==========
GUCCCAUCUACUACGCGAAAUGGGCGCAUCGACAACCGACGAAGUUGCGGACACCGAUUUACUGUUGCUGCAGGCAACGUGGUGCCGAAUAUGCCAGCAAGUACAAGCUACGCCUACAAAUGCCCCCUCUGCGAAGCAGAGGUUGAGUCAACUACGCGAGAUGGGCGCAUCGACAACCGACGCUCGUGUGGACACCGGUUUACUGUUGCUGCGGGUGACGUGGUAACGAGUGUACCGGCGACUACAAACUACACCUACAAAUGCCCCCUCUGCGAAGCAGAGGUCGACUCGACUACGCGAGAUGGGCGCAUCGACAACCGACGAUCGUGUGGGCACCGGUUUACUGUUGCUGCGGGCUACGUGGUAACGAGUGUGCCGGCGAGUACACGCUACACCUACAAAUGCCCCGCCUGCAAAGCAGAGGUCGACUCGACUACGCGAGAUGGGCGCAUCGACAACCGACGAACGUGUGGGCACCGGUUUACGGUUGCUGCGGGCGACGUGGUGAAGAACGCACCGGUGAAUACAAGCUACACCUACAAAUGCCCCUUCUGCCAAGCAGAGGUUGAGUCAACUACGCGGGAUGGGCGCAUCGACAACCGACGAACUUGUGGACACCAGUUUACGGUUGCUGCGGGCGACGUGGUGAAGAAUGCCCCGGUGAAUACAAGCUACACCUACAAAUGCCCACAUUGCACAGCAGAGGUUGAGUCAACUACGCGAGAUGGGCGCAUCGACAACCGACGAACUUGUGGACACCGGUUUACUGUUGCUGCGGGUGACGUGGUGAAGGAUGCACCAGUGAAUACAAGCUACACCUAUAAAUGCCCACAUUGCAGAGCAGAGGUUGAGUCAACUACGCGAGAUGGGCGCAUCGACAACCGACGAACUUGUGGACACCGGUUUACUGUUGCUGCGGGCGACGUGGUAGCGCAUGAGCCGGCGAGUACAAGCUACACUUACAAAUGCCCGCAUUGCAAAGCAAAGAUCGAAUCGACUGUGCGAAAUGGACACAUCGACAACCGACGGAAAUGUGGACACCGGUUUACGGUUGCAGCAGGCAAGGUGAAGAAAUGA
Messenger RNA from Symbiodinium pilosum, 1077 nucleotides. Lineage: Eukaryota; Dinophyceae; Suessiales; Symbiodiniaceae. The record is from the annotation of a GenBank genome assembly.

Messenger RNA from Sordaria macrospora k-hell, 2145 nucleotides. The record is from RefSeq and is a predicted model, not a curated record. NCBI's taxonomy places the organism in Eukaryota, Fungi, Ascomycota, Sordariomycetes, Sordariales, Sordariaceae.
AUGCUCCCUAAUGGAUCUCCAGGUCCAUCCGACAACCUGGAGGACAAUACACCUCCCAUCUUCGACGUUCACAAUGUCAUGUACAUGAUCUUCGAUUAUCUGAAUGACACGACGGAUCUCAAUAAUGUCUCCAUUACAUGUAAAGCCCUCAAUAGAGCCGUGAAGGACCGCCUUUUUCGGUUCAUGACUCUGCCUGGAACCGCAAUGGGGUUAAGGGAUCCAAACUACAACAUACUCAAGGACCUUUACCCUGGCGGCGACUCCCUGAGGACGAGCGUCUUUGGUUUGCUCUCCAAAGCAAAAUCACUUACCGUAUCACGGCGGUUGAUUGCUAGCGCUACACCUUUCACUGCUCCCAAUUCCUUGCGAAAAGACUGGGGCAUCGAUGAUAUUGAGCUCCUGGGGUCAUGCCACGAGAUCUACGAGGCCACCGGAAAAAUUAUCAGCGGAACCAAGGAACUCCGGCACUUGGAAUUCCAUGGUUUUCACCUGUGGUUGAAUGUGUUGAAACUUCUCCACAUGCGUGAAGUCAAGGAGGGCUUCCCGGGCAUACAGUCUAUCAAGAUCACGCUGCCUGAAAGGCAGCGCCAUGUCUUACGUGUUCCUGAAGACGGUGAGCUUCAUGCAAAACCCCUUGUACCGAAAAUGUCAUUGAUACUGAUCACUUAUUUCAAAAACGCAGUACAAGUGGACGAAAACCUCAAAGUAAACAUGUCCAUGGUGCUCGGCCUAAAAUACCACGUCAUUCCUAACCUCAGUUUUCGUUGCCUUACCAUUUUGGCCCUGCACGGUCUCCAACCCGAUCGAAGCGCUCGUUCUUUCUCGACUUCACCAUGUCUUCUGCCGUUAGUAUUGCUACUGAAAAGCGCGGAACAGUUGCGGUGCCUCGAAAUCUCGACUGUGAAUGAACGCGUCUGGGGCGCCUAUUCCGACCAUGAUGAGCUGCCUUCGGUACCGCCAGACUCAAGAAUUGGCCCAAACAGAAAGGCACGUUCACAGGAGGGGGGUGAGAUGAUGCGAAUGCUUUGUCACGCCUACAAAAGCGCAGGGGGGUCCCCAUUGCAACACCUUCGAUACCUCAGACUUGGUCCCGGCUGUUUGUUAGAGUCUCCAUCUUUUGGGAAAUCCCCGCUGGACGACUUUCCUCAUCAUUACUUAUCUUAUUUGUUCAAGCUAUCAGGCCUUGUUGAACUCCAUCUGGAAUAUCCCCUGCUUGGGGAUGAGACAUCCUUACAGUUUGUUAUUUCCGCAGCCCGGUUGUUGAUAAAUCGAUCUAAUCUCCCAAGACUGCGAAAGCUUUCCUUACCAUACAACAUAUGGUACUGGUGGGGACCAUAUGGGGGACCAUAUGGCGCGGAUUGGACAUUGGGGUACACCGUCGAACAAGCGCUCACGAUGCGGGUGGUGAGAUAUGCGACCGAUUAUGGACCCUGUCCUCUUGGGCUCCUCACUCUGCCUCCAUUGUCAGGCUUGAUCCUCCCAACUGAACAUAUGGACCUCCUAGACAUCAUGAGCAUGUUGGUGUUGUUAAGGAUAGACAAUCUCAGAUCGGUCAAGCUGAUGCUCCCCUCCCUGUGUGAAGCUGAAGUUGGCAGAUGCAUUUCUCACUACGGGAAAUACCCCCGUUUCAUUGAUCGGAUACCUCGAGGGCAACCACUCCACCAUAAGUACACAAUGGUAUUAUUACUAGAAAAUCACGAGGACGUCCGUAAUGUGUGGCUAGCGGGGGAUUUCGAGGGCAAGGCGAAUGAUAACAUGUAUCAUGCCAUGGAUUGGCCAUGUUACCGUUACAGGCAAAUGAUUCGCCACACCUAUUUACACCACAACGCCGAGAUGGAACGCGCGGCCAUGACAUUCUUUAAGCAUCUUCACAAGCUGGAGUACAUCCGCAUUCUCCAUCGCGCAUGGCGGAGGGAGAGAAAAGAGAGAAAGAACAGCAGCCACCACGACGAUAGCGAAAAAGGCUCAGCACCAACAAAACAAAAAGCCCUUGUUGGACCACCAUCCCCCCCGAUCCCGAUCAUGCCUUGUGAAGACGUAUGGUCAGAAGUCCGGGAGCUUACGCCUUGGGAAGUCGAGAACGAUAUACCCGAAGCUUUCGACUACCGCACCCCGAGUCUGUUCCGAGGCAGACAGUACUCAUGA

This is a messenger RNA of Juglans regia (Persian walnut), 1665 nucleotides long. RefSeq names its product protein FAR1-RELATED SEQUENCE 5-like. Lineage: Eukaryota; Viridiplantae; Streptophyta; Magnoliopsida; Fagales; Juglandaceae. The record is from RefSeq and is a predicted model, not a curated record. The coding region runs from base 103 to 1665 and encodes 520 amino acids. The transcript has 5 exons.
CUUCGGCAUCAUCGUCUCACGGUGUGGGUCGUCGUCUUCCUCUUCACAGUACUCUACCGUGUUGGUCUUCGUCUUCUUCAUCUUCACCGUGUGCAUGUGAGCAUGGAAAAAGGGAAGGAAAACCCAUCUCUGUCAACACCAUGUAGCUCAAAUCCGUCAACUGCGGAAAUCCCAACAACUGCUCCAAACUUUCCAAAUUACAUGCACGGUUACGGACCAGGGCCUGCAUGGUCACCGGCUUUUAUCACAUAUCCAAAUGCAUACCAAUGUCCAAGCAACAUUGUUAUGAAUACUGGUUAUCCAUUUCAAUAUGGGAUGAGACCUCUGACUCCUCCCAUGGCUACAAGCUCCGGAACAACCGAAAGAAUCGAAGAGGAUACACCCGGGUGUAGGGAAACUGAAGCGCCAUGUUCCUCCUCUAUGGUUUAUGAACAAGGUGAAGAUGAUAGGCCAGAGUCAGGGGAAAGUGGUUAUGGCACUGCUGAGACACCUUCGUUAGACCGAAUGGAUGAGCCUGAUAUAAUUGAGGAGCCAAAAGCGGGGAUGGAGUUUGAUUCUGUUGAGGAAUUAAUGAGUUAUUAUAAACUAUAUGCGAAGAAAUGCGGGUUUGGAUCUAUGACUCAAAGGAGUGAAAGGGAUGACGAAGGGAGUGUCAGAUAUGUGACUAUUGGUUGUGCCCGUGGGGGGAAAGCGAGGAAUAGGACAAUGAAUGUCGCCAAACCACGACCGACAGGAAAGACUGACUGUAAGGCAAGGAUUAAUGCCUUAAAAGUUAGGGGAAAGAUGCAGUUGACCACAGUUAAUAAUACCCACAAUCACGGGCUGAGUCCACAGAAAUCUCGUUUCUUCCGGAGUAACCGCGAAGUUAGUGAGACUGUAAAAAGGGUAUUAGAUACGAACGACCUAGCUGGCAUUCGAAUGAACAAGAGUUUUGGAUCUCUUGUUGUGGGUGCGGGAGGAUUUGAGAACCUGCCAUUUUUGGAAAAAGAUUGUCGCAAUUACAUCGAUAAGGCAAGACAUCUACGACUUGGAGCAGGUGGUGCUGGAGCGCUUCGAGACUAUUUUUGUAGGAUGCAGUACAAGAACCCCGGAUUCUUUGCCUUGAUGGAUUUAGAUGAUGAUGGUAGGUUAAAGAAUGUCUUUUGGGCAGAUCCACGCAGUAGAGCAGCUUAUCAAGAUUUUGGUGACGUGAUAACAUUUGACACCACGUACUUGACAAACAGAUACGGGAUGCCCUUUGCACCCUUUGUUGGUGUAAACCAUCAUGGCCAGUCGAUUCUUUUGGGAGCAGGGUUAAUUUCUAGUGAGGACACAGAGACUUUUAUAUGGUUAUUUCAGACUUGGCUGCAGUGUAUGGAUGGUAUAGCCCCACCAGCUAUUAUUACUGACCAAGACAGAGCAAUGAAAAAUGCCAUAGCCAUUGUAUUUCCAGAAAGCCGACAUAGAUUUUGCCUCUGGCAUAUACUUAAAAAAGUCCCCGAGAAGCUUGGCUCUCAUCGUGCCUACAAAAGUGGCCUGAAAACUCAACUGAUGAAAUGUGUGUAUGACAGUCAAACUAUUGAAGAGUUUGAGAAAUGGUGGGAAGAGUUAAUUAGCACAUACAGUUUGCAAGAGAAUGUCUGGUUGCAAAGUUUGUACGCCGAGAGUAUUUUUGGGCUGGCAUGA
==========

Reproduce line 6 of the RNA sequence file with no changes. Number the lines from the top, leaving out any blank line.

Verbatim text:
CUUCGGCAUCAUCGUCUCACGGUGUGGGUCGUCGUCUUCCUCUUCACAGUACUCUACCGUGUUGGUCUUCGUCUUCUUCAUCUUCACCGUGUGCAUGUGAGCAUGGAAAAAGGGAAGGAAAACCCAUCUCUGUCAACACCAUGUAGCUCAAAUCCGUCAACUGCGGAAAUCCCAACAACUGCUCCAAACUUUCCAAAUUACAUGCACGGUUACGGACCAGGGCCUGCAUGGUCACCGGCUUUUAUCACAUAUCCAAAUGCAUACCAAUGUCCAAGCAACAUUGUUAUGAAUACUGGUUAUCCAUUUCAAUAUGGGAUGAGACCUCUGACUCCUCCCAUGGCUACAAGCUCCGGAACAACCGAAAGAAUCGAAGAGGAUACACCCGGGUGUAGGGAAACUGAAGCGCCAUGUUCCUCCUCUAUGGUUUAUGAACAAGGUGAAGAUGAUAGGCCAGAGUCAGGGGAAAGUGGUUAUGGCACUGCUGAGACACCUUCGUUAGACCGAAUGGAUGAGCCUGAUAUAAUUGAGGAGCCAAAAGCGGGGAUGGAGUUUGAUUCUGUUGAGGAAUUAAUGAGUUAUUAUAAACUAUAUGCGAAGAAAUGCGGGUUUGGAUCUAUGACUCAAAGGAGUGAAAGGGAUGACGAAGGGAGUGUCAGAUAUGUGACUAUUGGUUGUGCCCGUGGGGGGAAAGCGAGGAAUAGGACAAUGAAUGUCGCCAAACCACGACCGACAGGAAAGACUGACUGUAAGGCAAGGAUUAAUGCCUUAAAAGUUAGGGGAAAGAUGCAGUUGACCACAGUUAAUAAUACCCACAAUCACGGGCUGAGUCCACAGAAAUCUCGUUUCUUCCGGAGUAACCGCGAAGUUAGUGAGACUGUAAAAAGGGUAUUAGAUACGAACGACCUAGCUGGCAUUCGAAUGAACAAGAGUUUUGGAUCUCUUGUUGUGGGUGCGGGAGGAUUUGAGAACCUGCCAUUUUUGGAAAAAGAUUGUCGCAAUUACAUCGAUAAGGCAAGACAUCUACGACUUGGAGCAGGUGGUGCUGGAGCGCUUCGAGACUAUUUUUGUAGGAUGCAGUACAAGAACCCCGGAUUCUUUGCCUUGAUGGAUUUAGAUGAUGAUGGUAGGUUAAAGAAUGUCUUUUGGGCAGAUCCACGCAGUAGAGCAGCUUAUCAAGAUUUUGGUGACGUGAUAACAUUUGACACCACGUACUUGACAAACAGAUACGGGAUGCCCUUUGCACCCUUUGUUGGUGUAAACCAUCAUGGCCAGUCGAUUCUUUUGGGAGCAGGGUUAAUUUCUAGUGAGGACACAGAGACUUUUAUAUGGUUAUUUCAGACUUGGCUGCAGUGUAUGGAUGGUAUAGCCCCACCAGCUAUUAUUACUGACCAAGACAGAGCAAUGAAAAAUGCCAUAGCCAUUGUAUUUCCAGAAAGCCGACAUAGAUUUUGCCUCUGGCAUAUACUUAAAAAAGUCCCCGAGAAGCUUGGCUCUCAUCGUGCCUACAAAAGUGGCCUGAAAACUCAACUGAUGAAAUGUGUGUAUGACAGUCAAACUAUUGAAGAGUUUGAGAAAUGGUGGGAAGAGUUAAUUAGCACAUACAGUUUGCAAGAGAAUGUCUGGUUGCAAAGUUUGUACGCCGAGAGUAUUUUUGGGCUGGCAUGA